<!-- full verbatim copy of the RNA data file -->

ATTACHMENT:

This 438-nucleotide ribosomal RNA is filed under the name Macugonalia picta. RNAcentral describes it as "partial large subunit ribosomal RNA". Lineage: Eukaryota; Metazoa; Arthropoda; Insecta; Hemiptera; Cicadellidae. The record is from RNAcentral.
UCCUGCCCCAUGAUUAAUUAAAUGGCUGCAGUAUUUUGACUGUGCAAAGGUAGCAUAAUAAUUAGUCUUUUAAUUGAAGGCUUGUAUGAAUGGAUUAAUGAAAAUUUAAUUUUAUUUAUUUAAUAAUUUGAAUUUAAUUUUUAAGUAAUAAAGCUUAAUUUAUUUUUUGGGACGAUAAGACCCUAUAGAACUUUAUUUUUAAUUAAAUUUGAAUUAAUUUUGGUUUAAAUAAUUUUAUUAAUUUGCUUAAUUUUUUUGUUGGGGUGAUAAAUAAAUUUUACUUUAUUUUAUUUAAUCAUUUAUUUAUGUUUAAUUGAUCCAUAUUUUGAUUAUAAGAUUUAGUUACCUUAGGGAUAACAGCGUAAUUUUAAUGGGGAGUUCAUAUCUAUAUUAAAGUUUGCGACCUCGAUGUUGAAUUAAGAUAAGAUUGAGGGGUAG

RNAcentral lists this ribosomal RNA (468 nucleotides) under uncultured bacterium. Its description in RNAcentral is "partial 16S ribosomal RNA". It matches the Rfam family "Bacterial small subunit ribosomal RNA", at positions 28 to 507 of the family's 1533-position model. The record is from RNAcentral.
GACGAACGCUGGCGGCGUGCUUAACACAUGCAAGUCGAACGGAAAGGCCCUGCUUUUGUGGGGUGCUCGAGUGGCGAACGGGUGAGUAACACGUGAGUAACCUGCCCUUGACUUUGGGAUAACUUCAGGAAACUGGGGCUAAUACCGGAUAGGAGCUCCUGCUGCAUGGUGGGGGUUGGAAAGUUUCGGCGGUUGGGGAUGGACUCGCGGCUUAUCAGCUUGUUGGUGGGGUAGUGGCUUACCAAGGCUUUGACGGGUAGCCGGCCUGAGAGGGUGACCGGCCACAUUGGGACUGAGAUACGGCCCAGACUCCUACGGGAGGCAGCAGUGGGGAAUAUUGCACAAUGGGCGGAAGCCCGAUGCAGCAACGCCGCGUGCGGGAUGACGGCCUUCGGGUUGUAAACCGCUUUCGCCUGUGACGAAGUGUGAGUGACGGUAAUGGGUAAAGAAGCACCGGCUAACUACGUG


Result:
This 438-nucleotide ribosomal RNA is filed under the name Macugonalia picta. RNAcentral describes it as "partial large subunit ribosomal RNA". Lineage: Eukaryota; Metazoa; Arthropoda; Insecta; Hemiptera; Cicadellidae. The record is from RNAcentral.
UCCUGCCCCAUGAUUAAUUAAAUGGCUGCAGUAUUUUGACUGUGCAAAGGUAGCAUAAUAAUUAGUCUUUUAAUUGAAGGCUUGUAUGAAUGGAUUAAUGAAAAUUUAAUUUUAUUUAUUUAAUAAUUUGAAUUUAAUUUUUAAGUAAUAAAGCUUAAUUUAUUUUUUGGGACGAUAAGACCCUAUAGAACUUUAUUUUUAAUUAAAUUUGAAUUAAUUUUGGUUUAAAUAAUUUUAUUAAUUUGCUUAAUUUUUUUGUUGGGGUGAUAAAUAAAUUUUACUUUAUUUUAUUUAAUCAUUUAUUUAUGUUUAAUUGAUCCAUAUUUUGAUUAUAAGAUUUAGUUACCUUAGGGAUAACAGCGUAAUUUUAAUGGGGAGUUCAUAUCUAUAUUAAAGUUUGCGACCUCGAUGUUGAAUUAAGAUAAGAUUGAGGGGUAG

RNAcentral lists this ribosomal RNA (468 nucleotides) under uncultured bacterium. Its description in RNAcentral is "partial 16S ribosomal RNA". It matches the Rfam family "Bacterial small subunit ribosomal RNA", at positions 28 to 507 of the family's 1533-position model. The record is from RNAcentral.
GACGAACGCUGGCGGCGUGCUUAACACAUGCAAGUCGAACGGAAAGGCCCUGCUUUUGUGGGGUGCUCGAGUGGCGAACGGGUGAGUAACACGUGAGUAACCUGCCCUUGACUUUGGGAUAACUUCAGGAAACUGGGGCUAAUACCGGAUAGGAGCUCCUGCUGCAUGGUGGGGGUUGGAAAGUUUCGGCGGUUGGGGAUGGACUCGCGGCUUAUCAGCUUGUUGGUGGGGUAGUGGCUUACCAAGGCUUUGACGGGUAGCCGGCCUGAGAGGGUGACCGGCCACAUUGGGACUGAGAUACGGCCCAGACUCCUACGGGAGGCAGCAGUGGGGAAUAUUGCACAAUGGGCGGAAGCCCGAUGCAGCAACGCCGCGUGCGGGAUGACGGCCUUCGGGUUGUAAACCGCUUUCGCCUGUGACGAAGUGUGAGUGACGGUAAUGGGUAAAGAAGCACCGGCUAACUACGUG